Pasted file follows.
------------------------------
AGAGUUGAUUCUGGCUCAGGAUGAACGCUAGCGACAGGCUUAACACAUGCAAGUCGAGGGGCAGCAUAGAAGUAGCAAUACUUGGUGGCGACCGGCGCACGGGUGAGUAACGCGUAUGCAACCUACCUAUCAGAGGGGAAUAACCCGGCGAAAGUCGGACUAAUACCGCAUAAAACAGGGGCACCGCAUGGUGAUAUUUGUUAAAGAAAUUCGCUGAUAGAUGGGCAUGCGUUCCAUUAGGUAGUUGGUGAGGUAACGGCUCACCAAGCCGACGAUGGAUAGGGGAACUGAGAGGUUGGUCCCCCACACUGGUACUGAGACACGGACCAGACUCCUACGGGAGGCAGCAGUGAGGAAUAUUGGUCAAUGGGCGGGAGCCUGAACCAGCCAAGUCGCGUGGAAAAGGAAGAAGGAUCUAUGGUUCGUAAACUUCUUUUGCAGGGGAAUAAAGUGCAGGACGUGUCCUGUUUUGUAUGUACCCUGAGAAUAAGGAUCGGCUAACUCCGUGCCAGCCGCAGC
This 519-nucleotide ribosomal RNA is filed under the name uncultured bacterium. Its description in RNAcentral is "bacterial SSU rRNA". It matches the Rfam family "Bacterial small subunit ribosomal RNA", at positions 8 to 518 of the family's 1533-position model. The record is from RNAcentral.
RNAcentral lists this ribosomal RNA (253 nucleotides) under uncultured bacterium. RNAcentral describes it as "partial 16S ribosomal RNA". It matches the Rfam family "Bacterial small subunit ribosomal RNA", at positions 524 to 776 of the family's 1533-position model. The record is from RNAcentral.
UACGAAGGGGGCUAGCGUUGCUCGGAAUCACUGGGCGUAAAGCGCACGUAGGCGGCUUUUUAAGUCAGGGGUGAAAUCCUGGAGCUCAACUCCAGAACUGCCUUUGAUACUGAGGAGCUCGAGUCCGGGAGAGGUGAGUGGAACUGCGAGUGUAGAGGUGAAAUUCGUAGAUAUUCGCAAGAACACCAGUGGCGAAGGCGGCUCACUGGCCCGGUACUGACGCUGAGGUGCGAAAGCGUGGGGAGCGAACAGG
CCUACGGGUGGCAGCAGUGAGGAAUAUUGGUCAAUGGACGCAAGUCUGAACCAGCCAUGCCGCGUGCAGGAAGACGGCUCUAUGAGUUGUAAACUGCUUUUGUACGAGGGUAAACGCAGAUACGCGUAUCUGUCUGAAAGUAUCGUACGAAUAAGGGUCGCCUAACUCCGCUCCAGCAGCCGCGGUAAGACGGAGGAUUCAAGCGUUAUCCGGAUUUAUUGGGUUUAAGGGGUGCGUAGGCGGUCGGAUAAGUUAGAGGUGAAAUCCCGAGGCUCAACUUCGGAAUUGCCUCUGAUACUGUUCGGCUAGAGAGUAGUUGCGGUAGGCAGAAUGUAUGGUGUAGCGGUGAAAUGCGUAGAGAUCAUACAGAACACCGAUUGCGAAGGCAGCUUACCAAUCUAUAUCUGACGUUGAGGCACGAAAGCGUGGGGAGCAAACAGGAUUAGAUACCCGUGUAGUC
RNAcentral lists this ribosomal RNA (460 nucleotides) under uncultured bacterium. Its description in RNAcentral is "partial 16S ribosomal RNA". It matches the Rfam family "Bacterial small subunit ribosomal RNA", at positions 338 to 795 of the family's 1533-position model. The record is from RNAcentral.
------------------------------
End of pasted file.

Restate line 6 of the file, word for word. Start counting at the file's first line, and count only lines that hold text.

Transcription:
RNAcentral lists this ribosomal RNA (460 nucleotides) under uncultured bacterium. Its description in RNAcentral is "partial 16S ribosomal RNA". It matches the Rfam family "Bacterial small subunit ribosomal RNA", at positions 338 to 795 of the family's 1533-position model. The record is from RNAcentral.